Actinic Keratosis (AK’s)
Actinic Keratoses (the plural of actinic keratosis) are very common on the head and neck. Technically, actinic keratoses are not a skin cancer but are often referred to as “pre-cancers.” This is because if they are left untreated, they may develop into squamous cell carcinomas (discussed below). One must be careful to treat these with appropriate destruction or removal, because sometimes, they may already be harboring areas of squamous cell carcinoma.
Actinic keratoses arise as crusting growths. They may appear to be tan, pink, red or skin-colored. They can become uncomfortable or irritating when they are inflamed, but many times there is no irritation and they are only identified by sight or tactile inspection. They are common on the scalp, neck, tops of hands and forearms, chest, shoulders, face, ears, lips and eyelids. In there early stages they will sometimes disappear, only to recur again.
These are frequently treated by distruction with scraping, radio frequency ablation, laser ablation, or freezing with liquid nitrogen, to name the most common methods. When there is a high suspicion that they harbor cancer, it may be best to completely excise them with clear surgical margins. Sometimes topical chemotherapeutic medications like Effudex are prescribed. For patients with a large number of actinic keratoses on the face, chemical peeling (eg. Jessner peel, TCA peel) offers a very effective treatment superior to many other methods.
There are four major types of skin cancer that affect the face and eyelids. These major types are:
Basal Cell Carcinoma (BCC)
Basal cell carcinoma is the most common type of skin cancer and accounts for over 75 percent of all skin cancer cases in the United States. This type of cancer rarely spreads and can usually be removed easily in the early stages. When small skin cancers are removed, the scars are usually cosmetically acceptable. If the tumors are very large, a skin graft or flap may be used to repair the wound in order to achieve the best result. Most cases are caused by long-term exposure to ultraviolet rays but people with fair skin and a personal or family history of skin cancer may be at a greater risk. Although most cases occur in sun-exposed areas, they can develop on unexposed areas at times. In some cases these cancers arise where patients have had contact with radiation, areas of chronic irritation or chronic inflammation, burns, scars or infections.
Basal cell carcinoma affects the top layer of the skin known as the epidermis. It may appear on the skin as a new growth that bleeds easily or does not heal quickly and may be white, pink, flesh-colored or brown. Very common areas include the eyelids, ears, nose, face, scalp, neck, shoulders and chest. Treatment to remove skin cancer from the eyelid and face is generally treated by excision. On the eyelid and other important functioning areas, it is very important to remove the cancer completely and to decrease the likelihood of recurrence. Recurrence rates on the eyelid are very high without a clear margin of greater than 2mm to either side of the cancer. Basal cell carcinomas are often a recurring condition, so preventive measures and regular body screenings should always be the rule.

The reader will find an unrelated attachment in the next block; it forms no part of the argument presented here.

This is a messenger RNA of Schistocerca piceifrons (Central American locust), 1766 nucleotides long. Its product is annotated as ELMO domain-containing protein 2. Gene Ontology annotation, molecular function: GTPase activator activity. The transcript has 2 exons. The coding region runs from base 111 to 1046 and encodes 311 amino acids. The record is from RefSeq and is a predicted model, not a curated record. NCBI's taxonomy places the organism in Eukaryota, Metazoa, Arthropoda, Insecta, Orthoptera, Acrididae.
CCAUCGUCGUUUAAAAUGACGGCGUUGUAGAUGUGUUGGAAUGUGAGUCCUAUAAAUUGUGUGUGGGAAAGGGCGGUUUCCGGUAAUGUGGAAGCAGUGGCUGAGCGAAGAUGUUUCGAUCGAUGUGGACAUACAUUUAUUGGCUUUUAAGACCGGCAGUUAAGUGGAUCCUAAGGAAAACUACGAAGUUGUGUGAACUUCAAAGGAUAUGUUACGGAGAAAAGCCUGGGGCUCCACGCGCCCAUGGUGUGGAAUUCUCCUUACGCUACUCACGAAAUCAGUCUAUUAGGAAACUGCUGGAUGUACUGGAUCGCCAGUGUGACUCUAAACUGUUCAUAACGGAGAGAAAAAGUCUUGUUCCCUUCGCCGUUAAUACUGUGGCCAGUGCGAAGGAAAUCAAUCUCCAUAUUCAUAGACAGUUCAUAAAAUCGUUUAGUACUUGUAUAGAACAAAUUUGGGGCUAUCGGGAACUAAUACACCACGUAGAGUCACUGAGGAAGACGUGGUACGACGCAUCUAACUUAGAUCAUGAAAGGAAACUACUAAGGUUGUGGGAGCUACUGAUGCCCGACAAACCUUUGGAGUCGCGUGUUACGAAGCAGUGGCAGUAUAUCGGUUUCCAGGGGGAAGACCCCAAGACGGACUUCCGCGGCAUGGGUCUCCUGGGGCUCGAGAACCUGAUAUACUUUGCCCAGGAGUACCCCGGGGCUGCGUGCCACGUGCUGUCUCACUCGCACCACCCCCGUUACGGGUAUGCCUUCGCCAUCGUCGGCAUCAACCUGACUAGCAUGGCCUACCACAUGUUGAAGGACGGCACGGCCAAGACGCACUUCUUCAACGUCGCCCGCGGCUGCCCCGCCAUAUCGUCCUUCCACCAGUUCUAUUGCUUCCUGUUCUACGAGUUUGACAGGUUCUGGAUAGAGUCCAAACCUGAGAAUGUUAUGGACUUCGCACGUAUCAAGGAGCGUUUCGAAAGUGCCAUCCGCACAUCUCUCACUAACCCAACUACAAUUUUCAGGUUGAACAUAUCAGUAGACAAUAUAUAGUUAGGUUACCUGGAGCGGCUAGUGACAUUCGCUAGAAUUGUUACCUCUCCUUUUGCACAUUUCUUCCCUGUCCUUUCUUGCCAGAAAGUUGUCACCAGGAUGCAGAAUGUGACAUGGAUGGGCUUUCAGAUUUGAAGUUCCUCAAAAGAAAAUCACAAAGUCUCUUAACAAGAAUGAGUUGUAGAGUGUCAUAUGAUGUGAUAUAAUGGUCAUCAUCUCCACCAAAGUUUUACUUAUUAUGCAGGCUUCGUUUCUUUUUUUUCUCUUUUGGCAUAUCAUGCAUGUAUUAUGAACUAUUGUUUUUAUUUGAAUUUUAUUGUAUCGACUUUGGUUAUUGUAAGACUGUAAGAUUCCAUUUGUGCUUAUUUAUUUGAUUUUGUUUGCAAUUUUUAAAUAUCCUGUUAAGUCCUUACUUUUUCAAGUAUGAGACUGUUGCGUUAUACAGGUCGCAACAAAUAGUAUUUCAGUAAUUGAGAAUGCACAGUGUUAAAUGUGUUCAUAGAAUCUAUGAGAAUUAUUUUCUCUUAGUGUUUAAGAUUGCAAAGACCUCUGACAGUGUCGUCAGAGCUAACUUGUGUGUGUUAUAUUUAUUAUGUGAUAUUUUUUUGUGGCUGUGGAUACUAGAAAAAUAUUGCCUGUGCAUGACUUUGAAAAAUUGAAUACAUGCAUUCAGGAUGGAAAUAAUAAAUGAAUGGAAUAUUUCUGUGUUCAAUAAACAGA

In rare cases, a very large or aggressive basal cell cannot be completely resected or perhaps the patients has other circumstances in which surgery of any kind is too risky or impractical. For these few patients, sometimes a medicine called vismodigib (Erivedge) can be given. If Dr. Brock determines you may be a candidate for Erivedge, he will consult a dermatologic surgeon for their opinion, to prescribe the medicine and to follow your progress along with him.
Squamous Cell Carcinoma (SCC)
Squamous cell carcinoma is a common form of skin cancer that affects over 250,000 people in the United States each year. It is usually caused by excessive, long-term exposure to ultraviolet rays from the sun and most frequently affects people over the age of 50 and with pale skin. Squamous cell carcinoma does not cause pain or any other symptoms in it’s earliest stages, but develops as a growth on the skin, usually in sun-exposed areas. These growths can vary in appearance and may be new or a change to a pre-existing scar. HIV, other states of immune deficiency, chemotherapy, anti-rejection drugs in patients who have had organ transplants, all make it harder to fight off skin cancers, including squamous cell carcinoma.
Squamous cell carcinoma affects the area just below the outer surface of the skin. Like basal cell carcinoma, squamous cell carcinoma of the eyelid and other highly functioning areas is frequently treated with excision. Skin cancer can usually be treated successfully if detected and removed quickly. It is important to take precautionary measures such as avoiding sun and performing regular skin checks to prevent new cases of squamous cell carcinoma.
Melanoma is a skin cancer of the melanocytes, the cells that make melanin (brown pigments). Accounting for more than 80 percent of all skin cancer deaths, melanoma is the deadliest form of skin cancer. Early detection and treatment greatly increase the likelihood of total freedom from melanoma. Since 1950, melanoma incidence has increased more than 20-fold in older men, and the rate of associated mortality in men has tripled (Geller, et al).
The earliest, most common symptoms of melanoma are abnormal growths on the skin or changes in existing moles. It is therefore important to seek medical attention upon noticing any abnormal changes in your skin.